If you are in Asia, Australia, Europe, and Africa, you might see the Moon turn a shade darker during the maximum phase of this penumbral lunar eclipse, which is the second of four such eclipses in 2020. Penumbral lunar eclipses are hard to distinguish from a normal Full Moon.
Where to See the Eclipse
Try our new interactive eclipse maps. Zoom in and search for accurate eclipse times and visualizations for any location.
Regions seeing, at least, some parts of the eclipse: Much of Europe, Much of Asia, Australia, Africa, South/East South America, Pacific, Atlantic, Indian Ocean, Antarctica.
Eclipse Map and Animation
When the Eclipse Happens Worldwide — Timeline
Lunar eclipses can be visible from everywhere on the night side of the Earth, if the sky is clear. From some places the entire eclipse will be visible, while in other areas the Moon will rise or set during the eclipse.
|Event||UTC Time||Time in Washington DC*||Visible in Washington DC|
|Penumbral Eclipse begins||Jun 5 at 17:45:51||Jun 5 at 1:45:51 pm||No, below the horizon|
|Maximum Eclipse||Jun 5 at 19:24:55||Jun 5 at 3:24:55 pm||No, below the horizon|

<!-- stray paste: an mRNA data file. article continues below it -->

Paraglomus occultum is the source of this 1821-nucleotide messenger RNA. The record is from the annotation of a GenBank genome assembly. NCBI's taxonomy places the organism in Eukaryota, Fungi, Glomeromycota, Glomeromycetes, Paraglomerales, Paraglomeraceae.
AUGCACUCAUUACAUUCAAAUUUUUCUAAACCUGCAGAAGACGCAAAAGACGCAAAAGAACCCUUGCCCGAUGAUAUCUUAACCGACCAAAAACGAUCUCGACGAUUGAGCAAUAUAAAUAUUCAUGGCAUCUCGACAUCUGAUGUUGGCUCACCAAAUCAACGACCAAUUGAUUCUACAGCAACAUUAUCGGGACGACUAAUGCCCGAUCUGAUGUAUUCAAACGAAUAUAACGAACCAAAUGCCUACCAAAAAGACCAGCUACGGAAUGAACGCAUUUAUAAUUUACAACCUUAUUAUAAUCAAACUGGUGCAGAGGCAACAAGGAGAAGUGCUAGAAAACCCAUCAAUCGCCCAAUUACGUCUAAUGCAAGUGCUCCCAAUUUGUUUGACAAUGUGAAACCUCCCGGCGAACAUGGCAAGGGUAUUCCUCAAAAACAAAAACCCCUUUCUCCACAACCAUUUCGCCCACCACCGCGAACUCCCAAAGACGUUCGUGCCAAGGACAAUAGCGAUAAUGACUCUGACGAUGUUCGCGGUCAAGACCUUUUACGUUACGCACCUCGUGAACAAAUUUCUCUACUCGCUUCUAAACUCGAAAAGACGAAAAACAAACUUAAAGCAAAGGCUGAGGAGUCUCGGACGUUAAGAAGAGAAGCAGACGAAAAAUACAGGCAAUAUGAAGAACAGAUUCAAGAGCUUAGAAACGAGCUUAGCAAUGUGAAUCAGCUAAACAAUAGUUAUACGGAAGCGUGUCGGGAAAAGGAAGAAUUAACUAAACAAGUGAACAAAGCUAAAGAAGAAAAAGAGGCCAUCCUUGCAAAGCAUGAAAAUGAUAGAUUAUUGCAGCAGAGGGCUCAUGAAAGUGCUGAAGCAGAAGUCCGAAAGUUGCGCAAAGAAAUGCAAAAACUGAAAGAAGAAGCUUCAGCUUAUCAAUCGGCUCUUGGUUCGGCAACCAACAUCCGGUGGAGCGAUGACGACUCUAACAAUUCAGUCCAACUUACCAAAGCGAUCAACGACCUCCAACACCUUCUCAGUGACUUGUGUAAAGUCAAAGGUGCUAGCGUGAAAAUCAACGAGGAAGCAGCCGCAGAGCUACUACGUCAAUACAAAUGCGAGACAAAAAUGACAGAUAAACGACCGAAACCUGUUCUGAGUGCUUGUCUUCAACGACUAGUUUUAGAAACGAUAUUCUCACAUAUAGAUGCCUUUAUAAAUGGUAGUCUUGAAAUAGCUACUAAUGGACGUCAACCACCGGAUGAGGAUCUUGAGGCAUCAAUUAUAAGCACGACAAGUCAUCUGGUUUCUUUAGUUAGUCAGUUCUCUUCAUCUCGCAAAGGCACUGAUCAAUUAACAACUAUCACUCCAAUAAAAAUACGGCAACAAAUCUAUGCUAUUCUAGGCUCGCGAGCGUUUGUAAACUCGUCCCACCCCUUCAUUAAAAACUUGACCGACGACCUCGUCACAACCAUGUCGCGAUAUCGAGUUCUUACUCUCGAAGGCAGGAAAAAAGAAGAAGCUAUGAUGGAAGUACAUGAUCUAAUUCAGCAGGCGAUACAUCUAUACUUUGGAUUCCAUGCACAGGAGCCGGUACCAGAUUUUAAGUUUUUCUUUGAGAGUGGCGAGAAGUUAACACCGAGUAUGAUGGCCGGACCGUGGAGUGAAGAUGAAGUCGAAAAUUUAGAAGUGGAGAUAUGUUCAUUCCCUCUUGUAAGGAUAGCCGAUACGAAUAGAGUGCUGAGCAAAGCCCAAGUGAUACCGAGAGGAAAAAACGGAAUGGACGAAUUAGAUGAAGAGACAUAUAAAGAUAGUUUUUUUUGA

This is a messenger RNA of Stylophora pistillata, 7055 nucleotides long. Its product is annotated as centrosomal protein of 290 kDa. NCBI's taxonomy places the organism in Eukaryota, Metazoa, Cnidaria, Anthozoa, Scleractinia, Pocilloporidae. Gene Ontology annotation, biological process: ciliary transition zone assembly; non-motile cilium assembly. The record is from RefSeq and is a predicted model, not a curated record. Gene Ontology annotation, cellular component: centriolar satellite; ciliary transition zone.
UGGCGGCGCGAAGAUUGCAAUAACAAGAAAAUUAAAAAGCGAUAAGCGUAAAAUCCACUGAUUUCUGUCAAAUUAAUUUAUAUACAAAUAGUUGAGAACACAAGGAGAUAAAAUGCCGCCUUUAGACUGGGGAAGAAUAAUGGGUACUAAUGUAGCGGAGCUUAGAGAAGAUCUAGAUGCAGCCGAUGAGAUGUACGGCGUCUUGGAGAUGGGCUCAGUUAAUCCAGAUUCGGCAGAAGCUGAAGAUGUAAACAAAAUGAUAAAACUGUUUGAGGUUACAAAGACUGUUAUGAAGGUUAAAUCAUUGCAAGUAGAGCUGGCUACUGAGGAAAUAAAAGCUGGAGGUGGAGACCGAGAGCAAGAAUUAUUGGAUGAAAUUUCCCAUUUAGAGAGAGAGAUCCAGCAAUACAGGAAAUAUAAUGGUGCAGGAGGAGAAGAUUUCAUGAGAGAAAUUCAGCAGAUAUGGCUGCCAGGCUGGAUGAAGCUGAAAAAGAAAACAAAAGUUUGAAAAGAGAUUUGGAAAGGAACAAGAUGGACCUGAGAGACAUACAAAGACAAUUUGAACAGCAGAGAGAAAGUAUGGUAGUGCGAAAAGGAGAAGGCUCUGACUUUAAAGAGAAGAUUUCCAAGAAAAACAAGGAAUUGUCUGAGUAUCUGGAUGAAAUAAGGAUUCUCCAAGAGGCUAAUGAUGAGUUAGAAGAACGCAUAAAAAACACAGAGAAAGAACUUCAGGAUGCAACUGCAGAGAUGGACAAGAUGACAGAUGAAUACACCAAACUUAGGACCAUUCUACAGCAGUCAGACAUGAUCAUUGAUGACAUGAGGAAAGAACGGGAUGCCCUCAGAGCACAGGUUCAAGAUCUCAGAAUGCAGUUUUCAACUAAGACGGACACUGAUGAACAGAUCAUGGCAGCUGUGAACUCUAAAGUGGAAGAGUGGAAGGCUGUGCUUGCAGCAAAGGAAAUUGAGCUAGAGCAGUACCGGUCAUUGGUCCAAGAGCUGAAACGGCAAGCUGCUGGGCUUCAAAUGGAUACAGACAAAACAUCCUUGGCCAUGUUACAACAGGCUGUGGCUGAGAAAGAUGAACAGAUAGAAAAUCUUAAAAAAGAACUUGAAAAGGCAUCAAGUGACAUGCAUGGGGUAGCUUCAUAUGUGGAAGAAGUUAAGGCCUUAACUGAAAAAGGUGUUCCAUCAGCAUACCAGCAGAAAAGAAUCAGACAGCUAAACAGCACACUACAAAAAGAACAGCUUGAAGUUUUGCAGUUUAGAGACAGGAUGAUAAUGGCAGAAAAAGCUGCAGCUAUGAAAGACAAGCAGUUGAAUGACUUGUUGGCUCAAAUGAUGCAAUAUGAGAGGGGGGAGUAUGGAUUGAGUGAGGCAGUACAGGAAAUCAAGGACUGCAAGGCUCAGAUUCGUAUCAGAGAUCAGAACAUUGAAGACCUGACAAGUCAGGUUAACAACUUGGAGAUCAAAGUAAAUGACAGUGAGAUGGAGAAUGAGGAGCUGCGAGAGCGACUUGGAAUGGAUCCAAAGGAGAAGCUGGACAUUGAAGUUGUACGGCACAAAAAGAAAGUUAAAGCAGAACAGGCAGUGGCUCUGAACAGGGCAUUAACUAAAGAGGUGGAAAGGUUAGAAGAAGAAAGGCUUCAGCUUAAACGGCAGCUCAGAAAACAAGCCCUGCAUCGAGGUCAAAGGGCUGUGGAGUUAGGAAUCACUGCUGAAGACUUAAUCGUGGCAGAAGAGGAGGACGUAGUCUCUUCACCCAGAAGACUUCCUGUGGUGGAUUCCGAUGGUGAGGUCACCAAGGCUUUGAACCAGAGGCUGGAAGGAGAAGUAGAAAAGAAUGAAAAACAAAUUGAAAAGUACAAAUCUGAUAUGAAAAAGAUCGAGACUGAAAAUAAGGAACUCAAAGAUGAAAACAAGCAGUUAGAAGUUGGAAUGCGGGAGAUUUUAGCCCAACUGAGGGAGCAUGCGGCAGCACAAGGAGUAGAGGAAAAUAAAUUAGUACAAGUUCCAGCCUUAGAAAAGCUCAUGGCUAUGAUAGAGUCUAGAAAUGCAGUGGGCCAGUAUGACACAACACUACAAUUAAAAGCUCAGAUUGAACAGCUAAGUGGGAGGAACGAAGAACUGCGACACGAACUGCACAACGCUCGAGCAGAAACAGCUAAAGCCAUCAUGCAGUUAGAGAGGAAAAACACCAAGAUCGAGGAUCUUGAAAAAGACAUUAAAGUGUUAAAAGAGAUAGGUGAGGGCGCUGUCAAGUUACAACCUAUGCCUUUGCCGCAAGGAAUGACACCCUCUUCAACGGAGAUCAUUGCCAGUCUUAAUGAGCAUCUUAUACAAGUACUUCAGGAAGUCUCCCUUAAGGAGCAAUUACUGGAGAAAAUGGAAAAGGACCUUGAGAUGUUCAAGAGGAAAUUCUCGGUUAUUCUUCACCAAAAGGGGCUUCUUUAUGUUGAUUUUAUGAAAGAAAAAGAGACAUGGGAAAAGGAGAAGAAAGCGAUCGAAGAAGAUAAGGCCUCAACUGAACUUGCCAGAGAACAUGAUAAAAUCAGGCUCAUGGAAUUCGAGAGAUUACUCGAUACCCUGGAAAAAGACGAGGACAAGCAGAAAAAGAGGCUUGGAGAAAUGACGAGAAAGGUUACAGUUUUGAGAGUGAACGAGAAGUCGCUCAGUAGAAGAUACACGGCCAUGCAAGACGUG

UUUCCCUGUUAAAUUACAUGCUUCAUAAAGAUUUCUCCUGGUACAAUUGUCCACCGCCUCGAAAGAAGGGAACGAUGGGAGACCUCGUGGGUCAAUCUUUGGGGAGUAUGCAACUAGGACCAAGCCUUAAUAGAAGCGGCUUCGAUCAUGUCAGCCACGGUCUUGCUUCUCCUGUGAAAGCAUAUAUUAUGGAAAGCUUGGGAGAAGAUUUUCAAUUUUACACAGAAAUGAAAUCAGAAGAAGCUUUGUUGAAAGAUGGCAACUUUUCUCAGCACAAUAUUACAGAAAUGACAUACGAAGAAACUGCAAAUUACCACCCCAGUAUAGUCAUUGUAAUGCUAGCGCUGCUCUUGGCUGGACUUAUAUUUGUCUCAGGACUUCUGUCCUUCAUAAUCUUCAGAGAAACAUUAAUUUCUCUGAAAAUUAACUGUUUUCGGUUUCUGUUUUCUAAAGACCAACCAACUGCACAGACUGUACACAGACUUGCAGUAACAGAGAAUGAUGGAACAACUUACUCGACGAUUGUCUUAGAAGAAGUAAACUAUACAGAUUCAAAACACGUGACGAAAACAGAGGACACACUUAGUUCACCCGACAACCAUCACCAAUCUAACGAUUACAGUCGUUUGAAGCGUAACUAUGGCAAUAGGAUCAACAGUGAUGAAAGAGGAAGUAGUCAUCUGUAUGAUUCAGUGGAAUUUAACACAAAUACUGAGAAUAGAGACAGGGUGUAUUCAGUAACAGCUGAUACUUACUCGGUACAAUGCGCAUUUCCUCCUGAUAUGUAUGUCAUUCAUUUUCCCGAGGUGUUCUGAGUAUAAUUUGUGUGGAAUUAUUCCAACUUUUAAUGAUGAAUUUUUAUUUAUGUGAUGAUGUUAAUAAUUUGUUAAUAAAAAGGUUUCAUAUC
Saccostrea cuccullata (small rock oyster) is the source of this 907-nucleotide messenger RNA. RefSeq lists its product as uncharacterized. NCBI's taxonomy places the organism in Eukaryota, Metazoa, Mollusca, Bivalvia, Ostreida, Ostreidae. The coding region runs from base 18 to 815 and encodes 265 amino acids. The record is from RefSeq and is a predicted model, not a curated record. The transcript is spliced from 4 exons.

|Penumbral Eclipse ends||Jun 5 at 21:04:03||Jun 5 at 5:04:03 pm||No, below the horizon|
* The Moon is below the horizon during this eclipse, so it is not possible to view it in Washington DC.
The magnitude of the eclipse is -0.405.
The penumbral magnitude of the eclipse is 0.568.
The total duration of the eclipse is 3 hours, 18 minutes.
An Eclipse Never Comes Alone!
A solar eclipse always occurs about two weeks before or after a lunar eclipse.
Usually, there are two eclipses in a row, but other times, there are three during the same eclipse season.
This is the first eclipse this season.
Second eclipse this season: June 21, 2020 — Annular Solar Eclipse
Third eclipse this season: July 5, 2020 — Penumbral Lunar Eclipse